Boulder, CO – In an effort to improve patient care by reducing the number of needle sticks needed to obtain IV access or to draw blood for testing, an increasing number of nurses have turned to an ancient method used for finding sources of underground water.

“Finding a suitable vein for drawing blood or placing an IV can be challenging, particularly in older or obese patients,” explained Hortense Samuelson, a nurse at the Mountain View Manor skilled nursing facility in Boulder and recipient of a practitioner certification in Medical Dowsing. “Since I began using medical dowsing to locate good veins, I can hardly remember any instances where I haven’t been successful in the first few tries.”

A set of medical grade phlebotomy dowsing rods, manufactured by Globodyne Industries.

Dowsing, known historically as “water witching”, is a 600-year-old method of divination traditionally used to find groundwater. But over the years, dowsing practitioners have branched out into other areas. These days, dowsers can be found not only on farms finding new sources of fresh water, but also working with petrochemical companies on the hunt for new oil deposits and prospectors searching for hidden gold.

The addition of locating hard to find veins to dowsing’s repertoire was truly a no-brainer, and it originated in Boulder, right down the street from the Mountain View Manor skilled nursing facility. Since 2008, the Institute of Medical Dowsing (IMD) has offered certification to interested nurses and other healthcare professionals. The IMD is actively pursuing national accreditation of their Medical Dowsing Certification (MDC) with the National Commission for Certifying Agencies (NCCA) as well as credentialing from the Institute of Credentialing Excellence (ICE) for their Medical Dowsing Certified Practitioner (MDCP) program. They have successfully obtained approval from the National Acronym Approval Association (NAAA).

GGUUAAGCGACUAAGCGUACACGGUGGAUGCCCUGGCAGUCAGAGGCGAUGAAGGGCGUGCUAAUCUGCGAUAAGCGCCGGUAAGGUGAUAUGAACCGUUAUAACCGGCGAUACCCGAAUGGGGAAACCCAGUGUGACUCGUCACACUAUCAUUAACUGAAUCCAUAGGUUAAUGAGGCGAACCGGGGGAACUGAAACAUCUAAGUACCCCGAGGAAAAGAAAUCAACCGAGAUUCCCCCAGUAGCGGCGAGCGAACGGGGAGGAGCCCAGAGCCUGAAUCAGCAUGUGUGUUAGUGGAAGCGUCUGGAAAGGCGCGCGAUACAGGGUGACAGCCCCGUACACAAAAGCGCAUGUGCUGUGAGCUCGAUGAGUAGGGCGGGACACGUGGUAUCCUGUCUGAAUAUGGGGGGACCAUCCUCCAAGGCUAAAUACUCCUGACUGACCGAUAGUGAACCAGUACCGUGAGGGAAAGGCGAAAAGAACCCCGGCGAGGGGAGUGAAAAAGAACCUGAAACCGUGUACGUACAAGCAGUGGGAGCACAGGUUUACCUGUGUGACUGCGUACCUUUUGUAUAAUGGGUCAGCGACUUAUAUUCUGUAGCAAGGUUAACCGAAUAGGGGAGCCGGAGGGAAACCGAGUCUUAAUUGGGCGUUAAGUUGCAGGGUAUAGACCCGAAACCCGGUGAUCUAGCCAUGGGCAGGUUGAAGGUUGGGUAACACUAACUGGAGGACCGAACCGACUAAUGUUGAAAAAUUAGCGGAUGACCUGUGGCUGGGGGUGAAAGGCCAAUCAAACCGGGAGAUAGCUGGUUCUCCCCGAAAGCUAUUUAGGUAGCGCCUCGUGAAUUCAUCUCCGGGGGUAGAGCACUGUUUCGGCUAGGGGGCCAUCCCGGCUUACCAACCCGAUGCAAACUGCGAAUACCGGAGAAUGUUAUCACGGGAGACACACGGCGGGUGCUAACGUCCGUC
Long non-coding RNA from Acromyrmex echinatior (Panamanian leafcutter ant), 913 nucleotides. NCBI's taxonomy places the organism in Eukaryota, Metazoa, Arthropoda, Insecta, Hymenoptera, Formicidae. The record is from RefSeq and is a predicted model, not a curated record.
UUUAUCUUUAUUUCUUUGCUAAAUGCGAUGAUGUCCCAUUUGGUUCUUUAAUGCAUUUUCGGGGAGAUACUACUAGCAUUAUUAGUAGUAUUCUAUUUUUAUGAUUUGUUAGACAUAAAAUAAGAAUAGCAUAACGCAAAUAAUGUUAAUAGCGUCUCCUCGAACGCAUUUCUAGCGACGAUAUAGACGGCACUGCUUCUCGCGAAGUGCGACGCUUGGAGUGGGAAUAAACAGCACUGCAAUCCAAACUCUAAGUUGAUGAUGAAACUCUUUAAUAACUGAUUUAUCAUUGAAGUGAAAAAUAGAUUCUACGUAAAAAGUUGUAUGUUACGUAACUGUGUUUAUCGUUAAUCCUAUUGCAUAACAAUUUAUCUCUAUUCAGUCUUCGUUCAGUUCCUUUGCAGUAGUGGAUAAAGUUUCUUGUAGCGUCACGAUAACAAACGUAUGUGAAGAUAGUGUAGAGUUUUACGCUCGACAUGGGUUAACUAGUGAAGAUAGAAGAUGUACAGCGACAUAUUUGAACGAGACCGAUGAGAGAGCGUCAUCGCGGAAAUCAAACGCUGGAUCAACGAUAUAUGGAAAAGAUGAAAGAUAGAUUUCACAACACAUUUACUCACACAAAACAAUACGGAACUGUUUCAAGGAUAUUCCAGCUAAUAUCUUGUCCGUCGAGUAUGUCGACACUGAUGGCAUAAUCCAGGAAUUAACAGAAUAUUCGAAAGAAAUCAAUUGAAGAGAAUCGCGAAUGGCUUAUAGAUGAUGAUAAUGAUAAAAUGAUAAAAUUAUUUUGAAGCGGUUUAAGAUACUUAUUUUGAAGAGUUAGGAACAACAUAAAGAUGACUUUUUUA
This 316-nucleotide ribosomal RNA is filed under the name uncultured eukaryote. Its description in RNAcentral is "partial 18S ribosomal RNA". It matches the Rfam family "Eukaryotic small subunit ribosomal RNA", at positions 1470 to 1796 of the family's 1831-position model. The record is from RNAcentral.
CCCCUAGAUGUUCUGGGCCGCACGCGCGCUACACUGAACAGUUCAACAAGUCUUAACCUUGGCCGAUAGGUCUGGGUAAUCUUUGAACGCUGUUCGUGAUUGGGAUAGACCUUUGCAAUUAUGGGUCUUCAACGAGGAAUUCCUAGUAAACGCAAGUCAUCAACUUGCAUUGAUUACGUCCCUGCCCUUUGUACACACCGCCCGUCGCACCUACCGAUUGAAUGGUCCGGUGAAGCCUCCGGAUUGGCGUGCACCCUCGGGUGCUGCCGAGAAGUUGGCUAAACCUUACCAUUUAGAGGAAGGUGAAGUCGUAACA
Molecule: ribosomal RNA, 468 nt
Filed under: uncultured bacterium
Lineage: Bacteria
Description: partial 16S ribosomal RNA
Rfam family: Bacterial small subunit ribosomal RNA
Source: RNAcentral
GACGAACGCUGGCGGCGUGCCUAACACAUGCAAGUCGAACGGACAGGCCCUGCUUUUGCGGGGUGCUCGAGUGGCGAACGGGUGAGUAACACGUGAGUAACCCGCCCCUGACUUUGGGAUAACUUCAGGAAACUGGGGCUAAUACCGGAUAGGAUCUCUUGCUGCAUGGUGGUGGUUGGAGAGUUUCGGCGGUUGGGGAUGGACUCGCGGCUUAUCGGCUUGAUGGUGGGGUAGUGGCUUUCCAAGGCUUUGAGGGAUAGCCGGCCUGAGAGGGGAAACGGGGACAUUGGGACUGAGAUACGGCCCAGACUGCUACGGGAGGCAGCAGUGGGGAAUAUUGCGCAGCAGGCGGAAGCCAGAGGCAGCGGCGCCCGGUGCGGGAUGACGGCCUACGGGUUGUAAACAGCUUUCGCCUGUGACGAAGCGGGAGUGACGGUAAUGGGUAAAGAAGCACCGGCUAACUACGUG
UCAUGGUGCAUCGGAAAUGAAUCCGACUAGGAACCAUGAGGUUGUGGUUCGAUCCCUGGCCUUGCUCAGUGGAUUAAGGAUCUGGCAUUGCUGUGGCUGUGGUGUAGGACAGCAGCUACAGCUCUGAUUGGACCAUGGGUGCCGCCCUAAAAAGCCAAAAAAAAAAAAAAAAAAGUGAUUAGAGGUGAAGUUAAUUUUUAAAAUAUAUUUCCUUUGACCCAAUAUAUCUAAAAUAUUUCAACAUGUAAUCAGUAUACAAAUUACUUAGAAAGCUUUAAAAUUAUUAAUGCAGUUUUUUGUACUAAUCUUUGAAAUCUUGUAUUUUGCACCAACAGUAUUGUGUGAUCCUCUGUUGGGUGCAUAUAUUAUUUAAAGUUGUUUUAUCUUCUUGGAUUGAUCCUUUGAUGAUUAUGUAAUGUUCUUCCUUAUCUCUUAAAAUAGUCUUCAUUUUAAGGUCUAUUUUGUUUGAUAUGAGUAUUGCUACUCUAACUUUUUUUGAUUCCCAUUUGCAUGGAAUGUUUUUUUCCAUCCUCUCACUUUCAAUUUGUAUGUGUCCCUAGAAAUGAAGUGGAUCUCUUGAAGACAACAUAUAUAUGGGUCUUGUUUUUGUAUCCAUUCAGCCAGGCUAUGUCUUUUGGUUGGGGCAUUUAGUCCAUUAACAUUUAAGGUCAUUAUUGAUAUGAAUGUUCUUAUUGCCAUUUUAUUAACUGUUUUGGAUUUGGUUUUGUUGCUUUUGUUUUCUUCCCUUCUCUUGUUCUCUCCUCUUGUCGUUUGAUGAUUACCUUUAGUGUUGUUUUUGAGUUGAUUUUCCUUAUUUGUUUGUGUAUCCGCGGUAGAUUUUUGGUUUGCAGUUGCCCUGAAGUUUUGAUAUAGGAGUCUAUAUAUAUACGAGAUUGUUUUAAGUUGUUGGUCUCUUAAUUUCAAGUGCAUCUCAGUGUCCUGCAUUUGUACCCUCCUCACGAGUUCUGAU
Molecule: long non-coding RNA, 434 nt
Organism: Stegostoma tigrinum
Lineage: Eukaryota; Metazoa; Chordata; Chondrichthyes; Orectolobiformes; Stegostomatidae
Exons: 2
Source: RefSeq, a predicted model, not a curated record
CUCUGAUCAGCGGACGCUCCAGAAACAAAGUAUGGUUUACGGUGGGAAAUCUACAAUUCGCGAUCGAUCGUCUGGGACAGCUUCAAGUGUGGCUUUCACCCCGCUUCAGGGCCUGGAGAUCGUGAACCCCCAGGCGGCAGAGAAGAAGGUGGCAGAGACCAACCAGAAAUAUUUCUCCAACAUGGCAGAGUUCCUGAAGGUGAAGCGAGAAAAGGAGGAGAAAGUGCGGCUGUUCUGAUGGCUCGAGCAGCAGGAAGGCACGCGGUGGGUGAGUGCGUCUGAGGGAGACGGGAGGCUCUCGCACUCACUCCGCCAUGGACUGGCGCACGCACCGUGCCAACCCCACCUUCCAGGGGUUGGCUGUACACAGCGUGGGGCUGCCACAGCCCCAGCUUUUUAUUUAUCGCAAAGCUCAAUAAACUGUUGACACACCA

For those interested in a more advanced understanding of medical dowsing, the MDCP program consists of a rigorous weekend session designed to teach the knowledge of dowsing as it applies to a variety of medical areas, not simply phlebotomy. For instance, a certified medical dowser can also help locate hidden areas of inflammation or cancer. They can also be called upon to find lost articles of clothing or a patient’s car keys upon discharge from a facility.

Nurse Samuelson, shown here using dowsing rods to locate a missing patient.

How medical dowsing, and dowsing in general, works remains somewhat of a mystery. Proponents believe that their specially designed tools, often in the form of two L-shaped rods, allow for the detection of subtle energies or vibrations. One school of thought, in regards to medical dowsing, is that the metallic rods are drawn together when over a source rich in iron such as human blood.

A hit occurs when the two rods move over one another. Or they may point in opposite directions, forming a straight line and perhaps indicating a particularly long segment of blood vessel close to the surface. Sometimes the rods are prevented from moving by nearby interference, such as when there is a skeptical family member in the room or when the clinic had been built on iron-rich soil. But for a highly trained medical dowsing practitioner, the rods don’t always need to move in order to successfully locate an area of clinical concern or interest.

“I once worked on a man who, several years later, was found to have metastatic liver cancer right under where I remember getting a strong feeling as my rods passed over,” Samuelson revealed. “You don’t forget something like that. That’s why I trust my training and the scientific foundation it was built on.”

Critics have questioned the validity of dowsing, citing the failure to successfully find water under controlled testing conditions and an overall lack of scientific plausibility. But this type of negativity doesn’t concern Nurse Samuelson and other proud practitioners of medical dowsing. “I know it works because I’ve seen the results myself. And patients love it. At the end of the day, isn’t that what truly matters?”

Uncrossing the rods